Roughness measurement of raw, boiled, and painted eggs

An Easter study using confocal microscopy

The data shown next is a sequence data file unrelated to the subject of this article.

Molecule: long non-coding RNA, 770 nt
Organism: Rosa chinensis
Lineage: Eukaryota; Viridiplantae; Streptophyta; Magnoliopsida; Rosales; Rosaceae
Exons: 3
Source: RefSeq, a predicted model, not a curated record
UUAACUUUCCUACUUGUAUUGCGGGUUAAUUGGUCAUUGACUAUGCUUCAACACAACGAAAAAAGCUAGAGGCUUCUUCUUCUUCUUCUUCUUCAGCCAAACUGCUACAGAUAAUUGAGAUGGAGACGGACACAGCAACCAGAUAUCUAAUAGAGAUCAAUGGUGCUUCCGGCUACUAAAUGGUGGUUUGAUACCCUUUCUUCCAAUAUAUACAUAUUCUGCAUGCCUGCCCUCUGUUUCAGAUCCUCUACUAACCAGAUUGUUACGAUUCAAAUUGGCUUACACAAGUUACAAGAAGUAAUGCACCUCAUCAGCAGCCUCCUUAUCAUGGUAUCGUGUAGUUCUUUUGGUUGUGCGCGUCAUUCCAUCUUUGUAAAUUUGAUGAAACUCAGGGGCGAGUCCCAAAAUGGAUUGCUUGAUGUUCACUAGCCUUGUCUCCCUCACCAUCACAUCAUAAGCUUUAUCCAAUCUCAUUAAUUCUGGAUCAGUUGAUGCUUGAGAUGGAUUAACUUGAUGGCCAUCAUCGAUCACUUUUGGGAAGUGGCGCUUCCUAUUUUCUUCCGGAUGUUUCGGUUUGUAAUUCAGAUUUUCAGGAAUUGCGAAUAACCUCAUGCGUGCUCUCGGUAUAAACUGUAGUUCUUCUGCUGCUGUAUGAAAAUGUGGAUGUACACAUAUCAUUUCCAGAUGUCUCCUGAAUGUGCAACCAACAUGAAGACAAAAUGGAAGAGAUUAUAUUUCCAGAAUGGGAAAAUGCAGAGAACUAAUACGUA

Roughness measurements on Easter eggs? No, we do not want to win the Ig Nobel Prize, the annual award for the most curious scientific project. Nevertheless, what we would like to demonstrate in this application report is by no means trivial, nor is it unimportant when applied to other coating applications. This is what egg dyeing is all about: a coating process that is not done by hand in industry, of course, but with similar steps. A raw material (the egg) exists, is pre-treated in some way (in this case boiled) and finally colored or given a different type of coating. And it is precisely here that roughness plays a major role in every step – it is not without reason that on every paint can it is recommended to first roughen the surface (this step can be omitted in the case of a naturally rough hen's egg). As in our Easter example, the roughness of the surface is therefore checked between the process steps in many machine coating processes.

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